9,999 Maniacs

Though 10,000 Maniacs is still around, its pop appeal has dwindled a bit.

But in all the ways the members of the Maniacs acquiesce to the Pop Standard, they manage to do it capably. Following the strict, nearly unbendable recipe for pop song success takes some skill. As any popular artist will agree, writing a good pop hook isn't easy. That the Maniacs can do it so competently points to the band's reaffirmed sense of direction and old-school mentality. If it ain't broke, don't fix it.

Most of the songs on Earth revolve around a lo-fi ambiance. Recorded in and around Jamestown, New York, the band's hometown, the album reflects in producer Armand John Petri's simple way its organic surroundings. A house, local stages, traditional studios and an abandoned pharmacy are some of the places where the band was taped for the record. The way Ramsey's melancholy viola moans and yawns in certain phrases can't be duplicated by any mixer's tricks. Its natural sound is testament to the easy atmosphere in which it was played. Same for Buck's guitar work, bright and sometimes airy, which Ramsey likens to creme brulee. "[His playing] has this really sweet surface. It's like fragile glass."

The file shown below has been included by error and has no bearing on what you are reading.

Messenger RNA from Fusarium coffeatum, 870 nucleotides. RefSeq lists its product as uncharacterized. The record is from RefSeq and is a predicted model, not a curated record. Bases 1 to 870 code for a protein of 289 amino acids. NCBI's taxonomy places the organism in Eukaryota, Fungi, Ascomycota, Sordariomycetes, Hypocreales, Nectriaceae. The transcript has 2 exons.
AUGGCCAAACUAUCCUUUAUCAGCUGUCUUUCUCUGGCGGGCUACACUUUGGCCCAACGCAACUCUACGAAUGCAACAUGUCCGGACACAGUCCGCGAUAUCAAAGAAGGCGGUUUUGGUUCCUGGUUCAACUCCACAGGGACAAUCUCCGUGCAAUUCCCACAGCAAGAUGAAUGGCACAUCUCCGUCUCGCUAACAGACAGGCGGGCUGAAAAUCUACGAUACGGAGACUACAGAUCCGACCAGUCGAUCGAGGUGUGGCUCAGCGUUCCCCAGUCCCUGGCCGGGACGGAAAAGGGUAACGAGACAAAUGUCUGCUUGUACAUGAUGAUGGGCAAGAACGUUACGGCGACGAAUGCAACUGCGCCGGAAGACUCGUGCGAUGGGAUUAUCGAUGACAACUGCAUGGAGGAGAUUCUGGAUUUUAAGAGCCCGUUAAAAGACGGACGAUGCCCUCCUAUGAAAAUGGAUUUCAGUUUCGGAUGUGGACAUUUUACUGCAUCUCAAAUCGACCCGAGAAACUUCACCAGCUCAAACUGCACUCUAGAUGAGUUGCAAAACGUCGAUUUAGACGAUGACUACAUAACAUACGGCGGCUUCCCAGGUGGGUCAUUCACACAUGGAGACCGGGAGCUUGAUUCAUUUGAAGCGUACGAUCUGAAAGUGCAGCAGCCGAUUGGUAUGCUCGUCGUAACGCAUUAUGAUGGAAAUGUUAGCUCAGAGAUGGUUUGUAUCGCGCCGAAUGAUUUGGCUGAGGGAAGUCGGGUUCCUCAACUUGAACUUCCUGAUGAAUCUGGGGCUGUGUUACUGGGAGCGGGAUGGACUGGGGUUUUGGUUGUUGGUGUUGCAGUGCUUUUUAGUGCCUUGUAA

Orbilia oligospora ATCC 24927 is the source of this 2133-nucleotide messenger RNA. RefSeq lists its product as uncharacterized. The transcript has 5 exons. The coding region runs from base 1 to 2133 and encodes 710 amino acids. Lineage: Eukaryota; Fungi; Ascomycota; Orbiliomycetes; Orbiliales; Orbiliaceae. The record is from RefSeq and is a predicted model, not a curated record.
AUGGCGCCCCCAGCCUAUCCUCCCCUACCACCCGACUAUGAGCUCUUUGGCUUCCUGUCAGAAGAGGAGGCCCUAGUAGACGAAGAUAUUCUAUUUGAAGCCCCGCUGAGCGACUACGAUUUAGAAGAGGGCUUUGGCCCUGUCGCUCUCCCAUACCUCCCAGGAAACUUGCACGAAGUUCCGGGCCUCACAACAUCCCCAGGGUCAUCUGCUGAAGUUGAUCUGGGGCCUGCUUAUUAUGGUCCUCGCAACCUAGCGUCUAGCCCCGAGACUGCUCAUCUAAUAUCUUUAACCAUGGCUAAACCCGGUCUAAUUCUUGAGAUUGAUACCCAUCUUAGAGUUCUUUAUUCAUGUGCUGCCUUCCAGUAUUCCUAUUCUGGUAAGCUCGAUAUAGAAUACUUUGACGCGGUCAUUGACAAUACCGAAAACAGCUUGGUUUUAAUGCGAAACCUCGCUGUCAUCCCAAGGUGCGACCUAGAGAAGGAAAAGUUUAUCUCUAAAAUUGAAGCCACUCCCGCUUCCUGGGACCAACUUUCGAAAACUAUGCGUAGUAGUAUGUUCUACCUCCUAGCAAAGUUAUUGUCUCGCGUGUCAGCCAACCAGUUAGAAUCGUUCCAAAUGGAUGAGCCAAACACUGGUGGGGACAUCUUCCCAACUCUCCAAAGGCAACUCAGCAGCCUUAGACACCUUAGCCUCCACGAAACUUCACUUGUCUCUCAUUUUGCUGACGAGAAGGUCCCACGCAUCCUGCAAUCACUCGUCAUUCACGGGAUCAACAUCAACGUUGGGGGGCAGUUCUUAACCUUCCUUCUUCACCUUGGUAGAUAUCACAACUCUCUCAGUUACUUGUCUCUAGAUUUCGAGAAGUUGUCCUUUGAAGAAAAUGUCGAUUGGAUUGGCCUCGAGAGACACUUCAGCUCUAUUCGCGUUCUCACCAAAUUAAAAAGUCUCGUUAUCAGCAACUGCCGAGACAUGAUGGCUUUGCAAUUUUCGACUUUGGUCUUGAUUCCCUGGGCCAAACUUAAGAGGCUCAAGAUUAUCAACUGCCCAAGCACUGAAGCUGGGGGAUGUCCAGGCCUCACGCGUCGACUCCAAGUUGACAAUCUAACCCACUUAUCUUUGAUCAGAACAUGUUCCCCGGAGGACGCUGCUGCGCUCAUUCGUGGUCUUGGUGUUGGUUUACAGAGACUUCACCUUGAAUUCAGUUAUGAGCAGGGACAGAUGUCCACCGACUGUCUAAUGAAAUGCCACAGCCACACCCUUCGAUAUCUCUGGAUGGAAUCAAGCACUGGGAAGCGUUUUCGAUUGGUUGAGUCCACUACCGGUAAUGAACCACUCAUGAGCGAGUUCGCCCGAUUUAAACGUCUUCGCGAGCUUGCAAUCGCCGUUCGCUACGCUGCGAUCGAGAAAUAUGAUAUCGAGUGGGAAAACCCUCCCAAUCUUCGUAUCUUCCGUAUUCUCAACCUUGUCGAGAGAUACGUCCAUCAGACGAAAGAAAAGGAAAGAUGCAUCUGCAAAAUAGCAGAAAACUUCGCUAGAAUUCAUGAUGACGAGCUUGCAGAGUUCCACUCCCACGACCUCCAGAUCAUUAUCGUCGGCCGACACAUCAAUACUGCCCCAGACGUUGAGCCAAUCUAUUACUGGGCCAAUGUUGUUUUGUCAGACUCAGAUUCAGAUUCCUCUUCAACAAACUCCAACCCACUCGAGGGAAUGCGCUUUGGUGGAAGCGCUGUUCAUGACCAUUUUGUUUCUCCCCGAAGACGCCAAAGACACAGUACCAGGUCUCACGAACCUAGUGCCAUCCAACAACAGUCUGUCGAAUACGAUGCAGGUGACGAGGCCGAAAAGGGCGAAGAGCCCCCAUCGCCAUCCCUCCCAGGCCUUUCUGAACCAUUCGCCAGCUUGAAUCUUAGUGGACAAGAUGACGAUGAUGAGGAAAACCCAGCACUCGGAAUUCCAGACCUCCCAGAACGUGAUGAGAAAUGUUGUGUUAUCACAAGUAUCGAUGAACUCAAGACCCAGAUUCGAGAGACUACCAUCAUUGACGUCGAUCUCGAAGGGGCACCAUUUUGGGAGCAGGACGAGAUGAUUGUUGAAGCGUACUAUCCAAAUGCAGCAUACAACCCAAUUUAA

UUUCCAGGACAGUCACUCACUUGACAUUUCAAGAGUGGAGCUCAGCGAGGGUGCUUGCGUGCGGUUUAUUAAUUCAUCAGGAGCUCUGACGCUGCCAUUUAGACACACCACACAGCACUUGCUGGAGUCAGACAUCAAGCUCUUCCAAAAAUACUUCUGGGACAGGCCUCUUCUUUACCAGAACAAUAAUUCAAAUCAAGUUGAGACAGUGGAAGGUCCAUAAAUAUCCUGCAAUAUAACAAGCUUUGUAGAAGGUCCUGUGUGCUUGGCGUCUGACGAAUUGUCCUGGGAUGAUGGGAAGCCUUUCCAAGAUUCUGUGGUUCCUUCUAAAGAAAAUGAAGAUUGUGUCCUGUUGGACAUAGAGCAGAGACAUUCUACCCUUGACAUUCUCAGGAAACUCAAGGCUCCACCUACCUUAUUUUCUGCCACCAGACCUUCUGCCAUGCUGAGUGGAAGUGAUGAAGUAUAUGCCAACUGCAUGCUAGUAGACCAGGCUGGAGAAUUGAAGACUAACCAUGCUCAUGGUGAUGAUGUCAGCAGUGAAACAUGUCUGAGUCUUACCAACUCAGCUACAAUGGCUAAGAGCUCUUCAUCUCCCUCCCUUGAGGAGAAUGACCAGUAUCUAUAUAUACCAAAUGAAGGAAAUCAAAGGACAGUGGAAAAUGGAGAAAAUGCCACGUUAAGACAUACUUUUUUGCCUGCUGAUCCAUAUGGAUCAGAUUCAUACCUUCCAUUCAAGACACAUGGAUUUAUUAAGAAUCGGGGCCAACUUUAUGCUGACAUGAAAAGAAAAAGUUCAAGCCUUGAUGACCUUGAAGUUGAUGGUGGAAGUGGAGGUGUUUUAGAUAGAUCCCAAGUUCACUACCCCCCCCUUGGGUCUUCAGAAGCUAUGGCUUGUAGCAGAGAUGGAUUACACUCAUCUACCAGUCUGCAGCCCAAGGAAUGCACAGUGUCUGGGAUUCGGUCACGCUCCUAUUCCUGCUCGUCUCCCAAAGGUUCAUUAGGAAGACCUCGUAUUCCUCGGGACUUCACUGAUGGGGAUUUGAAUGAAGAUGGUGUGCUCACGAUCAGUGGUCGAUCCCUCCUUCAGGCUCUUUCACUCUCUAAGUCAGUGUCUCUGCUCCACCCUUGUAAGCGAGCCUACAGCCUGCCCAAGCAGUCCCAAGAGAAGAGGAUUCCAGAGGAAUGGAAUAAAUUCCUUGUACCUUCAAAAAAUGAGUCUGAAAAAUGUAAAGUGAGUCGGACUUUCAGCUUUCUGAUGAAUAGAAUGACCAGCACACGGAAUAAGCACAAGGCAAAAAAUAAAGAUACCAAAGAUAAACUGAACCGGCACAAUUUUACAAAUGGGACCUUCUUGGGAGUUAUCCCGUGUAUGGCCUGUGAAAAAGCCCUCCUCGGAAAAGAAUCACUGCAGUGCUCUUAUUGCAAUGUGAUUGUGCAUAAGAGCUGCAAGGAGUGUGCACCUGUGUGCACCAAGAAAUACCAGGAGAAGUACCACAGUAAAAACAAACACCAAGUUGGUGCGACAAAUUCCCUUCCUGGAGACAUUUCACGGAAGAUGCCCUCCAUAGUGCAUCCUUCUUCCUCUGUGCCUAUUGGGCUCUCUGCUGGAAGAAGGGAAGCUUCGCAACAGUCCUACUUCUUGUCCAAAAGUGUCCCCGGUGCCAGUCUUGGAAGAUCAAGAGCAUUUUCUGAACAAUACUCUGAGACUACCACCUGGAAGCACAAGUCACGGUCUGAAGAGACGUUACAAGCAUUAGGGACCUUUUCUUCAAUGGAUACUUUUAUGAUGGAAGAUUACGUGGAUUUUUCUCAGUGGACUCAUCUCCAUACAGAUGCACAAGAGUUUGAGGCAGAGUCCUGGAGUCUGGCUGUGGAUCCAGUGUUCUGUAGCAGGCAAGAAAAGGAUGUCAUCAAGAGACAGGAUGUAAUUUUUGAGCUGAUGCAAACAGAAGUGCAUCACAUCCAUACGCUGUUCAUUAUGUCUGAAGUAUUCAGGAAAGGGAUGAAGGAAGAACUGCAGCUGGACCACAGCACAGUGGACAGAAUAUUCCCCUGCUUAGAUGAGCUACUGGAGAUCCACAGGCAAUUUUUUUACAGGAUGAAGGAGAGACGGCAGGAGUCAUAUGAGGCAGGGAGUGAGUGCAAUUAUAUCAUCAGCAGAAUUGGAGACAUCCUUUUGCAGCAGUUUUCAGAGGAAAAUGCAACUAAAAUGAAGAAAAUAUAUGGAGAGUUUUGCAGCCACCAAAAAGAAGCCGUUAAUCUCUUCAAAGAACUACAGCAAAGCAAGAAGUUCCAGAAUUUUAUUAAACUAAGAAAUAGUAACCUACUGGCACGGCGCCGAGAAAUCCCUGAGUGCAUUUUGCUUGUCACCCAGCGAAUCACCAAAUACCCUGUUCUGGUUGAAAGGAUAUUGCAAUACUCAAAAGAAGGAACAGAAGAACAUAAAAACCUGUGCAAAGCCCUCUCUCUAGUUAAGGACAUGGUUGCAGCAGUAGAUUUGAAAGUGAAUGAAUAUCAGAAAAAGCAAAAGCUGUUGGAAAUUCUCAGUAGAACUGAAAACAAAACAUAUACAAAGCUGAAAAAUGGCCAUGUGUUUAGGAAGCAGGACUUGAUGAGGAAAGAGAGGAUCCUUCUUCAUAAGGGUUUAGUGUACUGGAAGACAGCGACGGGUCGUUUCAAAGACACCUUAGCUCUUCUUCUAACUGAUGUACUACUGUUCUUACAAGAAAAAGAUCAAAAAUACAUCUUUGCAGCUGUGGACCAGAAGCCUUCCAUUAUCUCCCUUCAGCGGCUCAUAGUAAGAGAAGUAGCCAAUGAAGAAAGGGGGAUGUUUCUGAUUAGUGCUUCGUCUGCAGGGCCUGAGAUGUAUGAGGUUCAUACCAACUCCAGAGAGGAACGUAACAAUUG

The metaphor is appropriate, but also indicative of Ramsey's poetic personality. Like those of most writers, Ramsey's lyrics are partly informed by things she reads: encyclopedias, the dictionary (which she says she reads for leisure), mystery novels, romantic poetry and, currently, a friend's Ph.D. thesis on H.P. Lovecraft. Musically, she gleans inspiration from Leonard Cohen, Antonio Carlos Jobim, Edith Piaf, Massive Attack and others.

This romance has a way of attracting a certain audience. Ramsey describes the average Maniac fan as "someone who has an escapist attitude about music, that it's something that can transport you."

In a word: The average Maniac fan is a bohemian. Which is precisely the word Ramsey uses to understate her perception of the band. It's hard-working, honest to the art and, well, not that wealthy. "That capacity, though, keeps you grounded," she says. "It's just that lifestyle. But as you get older it's not poverty. It's a state of mind."

10,000 Maniacs performs Friday, May 28, at Fitzgerald's, 2706 White Oak. Call (713)862-7580 for more information.

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